Excerpt from October 2016 Reader’s Digest, “Down Off The Cross,” by Debra Jarvis, a chaplain and cancer survivor.
“Let’s say I meet you on a bus. We really hit it off, but I’ve got to exit soon, so you’re going to tell me three things about yourself that help me understand who you are, that get at your essence.”
Note from Marlene: Prompt: List three things that define you.
Back to the article:
“Of those three things, is one of them surviving some kind of trauma, like being a cancer survivor, a war survivor, or an abuse survivor?”
Note from Marlene: Or perhaps you are currently experiencing a difficulty or a trauma.
Back to the article: “Many of us tend to identify ourselves by our wounds.
Claim your experience; don’t let it claim you.
The way to cope with trauma, loss, or any other life-changing experience is to find meaning. But here’s the thing: No one can tell us what that meaning is. We have to decide what it means. And that meaning can be quiet and private—we don’t need to start a foundation, write a book, or work on a documentary. Instead, perhaps we make one small decision about our lives that can bring about big change.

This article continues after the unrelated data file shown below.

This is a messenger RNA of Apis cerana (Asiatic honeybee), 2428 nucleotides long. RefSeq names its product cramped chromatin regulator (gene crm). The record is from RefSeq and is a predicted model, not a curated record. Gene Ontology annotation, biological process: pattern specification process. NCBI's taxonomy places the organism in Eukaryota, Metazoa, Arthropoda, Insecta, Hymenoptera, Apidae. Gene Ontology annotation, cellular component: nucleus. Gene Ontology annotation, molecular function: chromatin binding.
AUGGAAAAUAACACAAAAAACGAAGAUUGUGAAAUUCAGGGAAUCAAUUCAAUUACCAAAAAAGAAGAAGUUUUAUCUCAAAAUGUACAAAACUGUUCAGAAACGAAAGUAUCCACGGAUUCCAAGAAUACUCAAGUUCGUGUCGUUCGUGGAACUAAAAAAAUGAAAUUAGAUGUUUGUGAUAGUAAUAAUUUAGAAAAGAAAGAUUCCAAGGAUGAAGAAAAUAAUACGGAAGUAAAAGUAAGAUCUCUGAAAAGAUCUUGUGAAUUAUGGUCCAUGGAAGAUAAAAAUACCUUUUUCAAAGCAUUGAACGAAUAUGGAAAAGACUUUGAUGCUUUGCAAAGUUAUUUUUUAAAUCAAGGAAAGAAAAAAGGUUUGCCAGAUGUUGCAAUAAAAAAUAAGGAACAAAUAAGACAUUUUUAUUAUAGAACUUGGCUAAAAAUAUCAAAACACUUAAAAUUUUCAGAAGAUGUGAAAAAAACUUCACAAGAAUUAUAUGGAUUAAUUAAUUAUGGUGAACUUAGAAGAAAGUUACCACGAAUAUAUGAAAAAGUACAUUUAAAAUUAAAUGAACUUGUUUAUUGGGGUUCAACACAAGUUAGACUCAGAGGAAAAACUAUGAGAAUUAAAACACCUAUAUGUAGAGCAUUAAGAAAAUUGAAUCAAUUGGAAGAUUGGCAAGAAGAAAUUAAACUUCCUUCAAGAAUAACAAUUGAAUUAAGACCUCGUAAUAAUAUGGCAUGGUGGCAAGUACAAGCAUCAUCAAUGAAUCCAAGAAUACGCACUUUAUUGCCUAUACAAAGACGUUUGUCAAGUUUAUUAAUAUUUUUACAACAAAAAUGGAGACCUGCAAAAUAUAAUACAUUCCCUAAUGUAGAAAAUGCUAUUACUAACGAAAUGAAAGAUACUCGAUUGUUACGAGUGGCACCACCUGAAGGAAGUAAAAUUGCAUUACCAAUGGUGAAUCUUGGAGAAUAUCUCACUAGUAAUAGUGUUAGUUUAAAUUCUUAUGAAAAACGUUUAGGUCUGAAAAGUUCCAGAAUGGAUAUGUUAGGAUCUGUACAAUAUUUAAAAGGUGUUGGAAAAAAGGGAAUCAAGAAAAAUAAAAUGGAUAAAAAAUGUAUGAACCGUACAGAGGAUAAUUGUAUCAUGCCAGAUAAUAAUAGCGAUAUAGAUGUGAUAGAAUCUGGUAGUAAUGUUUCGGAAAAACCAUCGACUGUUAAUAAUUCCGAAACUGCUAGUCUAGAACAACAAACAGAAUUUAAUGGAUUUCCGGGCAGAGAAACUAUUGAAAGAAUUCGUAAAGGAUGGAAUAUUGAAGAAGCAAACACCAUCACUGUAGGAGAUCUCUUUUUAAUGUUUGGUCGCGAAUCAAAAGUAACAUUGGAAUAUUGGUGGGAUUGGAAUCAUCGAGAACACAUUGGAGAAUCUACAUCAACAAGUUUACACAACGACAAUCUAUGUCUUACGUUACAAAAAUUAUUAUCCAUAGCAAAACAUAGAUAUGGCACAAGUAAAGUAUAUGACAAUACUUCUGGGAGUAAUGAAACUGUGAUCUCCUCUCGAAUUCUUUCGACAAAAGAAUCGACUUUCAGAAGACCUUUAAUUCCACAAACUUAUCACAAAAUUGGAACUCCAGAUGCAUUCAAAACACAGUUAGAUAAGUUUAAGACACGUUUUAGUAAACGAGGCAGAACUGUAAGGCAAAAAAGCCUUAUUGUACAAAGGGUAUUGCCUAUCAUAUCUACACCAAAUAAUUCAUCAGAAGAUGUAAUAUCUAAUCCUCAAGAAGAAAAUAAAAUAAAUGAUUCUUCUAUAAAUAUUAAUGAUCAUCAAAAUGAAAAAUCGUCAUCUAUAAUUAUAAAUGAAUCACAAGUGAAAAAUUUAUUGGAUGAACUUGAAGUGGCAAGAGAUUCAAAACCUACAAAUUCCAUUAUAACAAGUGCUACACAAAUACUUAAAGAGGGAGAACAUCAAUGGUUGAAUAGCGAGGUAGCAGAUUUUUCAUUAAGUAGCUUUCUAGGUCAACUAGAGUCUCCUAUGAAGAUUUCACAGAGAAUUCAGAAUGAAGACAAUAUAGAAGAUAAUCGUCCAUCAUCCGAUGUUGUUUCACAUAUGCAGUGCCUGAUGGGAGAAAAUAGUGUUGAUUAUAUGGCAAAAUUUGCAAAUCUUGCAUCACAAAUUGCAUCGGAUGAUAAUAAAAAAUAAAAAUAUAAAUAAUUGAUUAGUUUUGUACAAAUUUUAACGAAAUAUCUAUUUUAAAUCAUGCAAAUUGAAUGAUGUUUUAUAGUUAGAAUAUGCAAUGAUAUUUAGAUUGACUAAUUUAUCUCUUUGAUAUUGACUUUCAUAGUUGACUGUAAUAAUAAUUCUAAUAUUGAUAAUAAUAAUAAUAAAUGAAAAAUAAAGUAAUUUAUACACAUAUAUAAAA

If you find yourself repeating your survivor story: Get down off your cross.
When you repeat your survivor story, you aren’t processing your feelings—you are feeding them.
Let your old story go so that a newer, truer story can be told about who you are.
Claim your trauma as an experience instead of taking it on as your identity.
It could mean the end of being trapped by your wounds and the start of defining yourself by who you are becoming.
We’re all on this bus together. What story are you going to tell?”
Note from Marlene: Prompt: Write a new story about what defines you.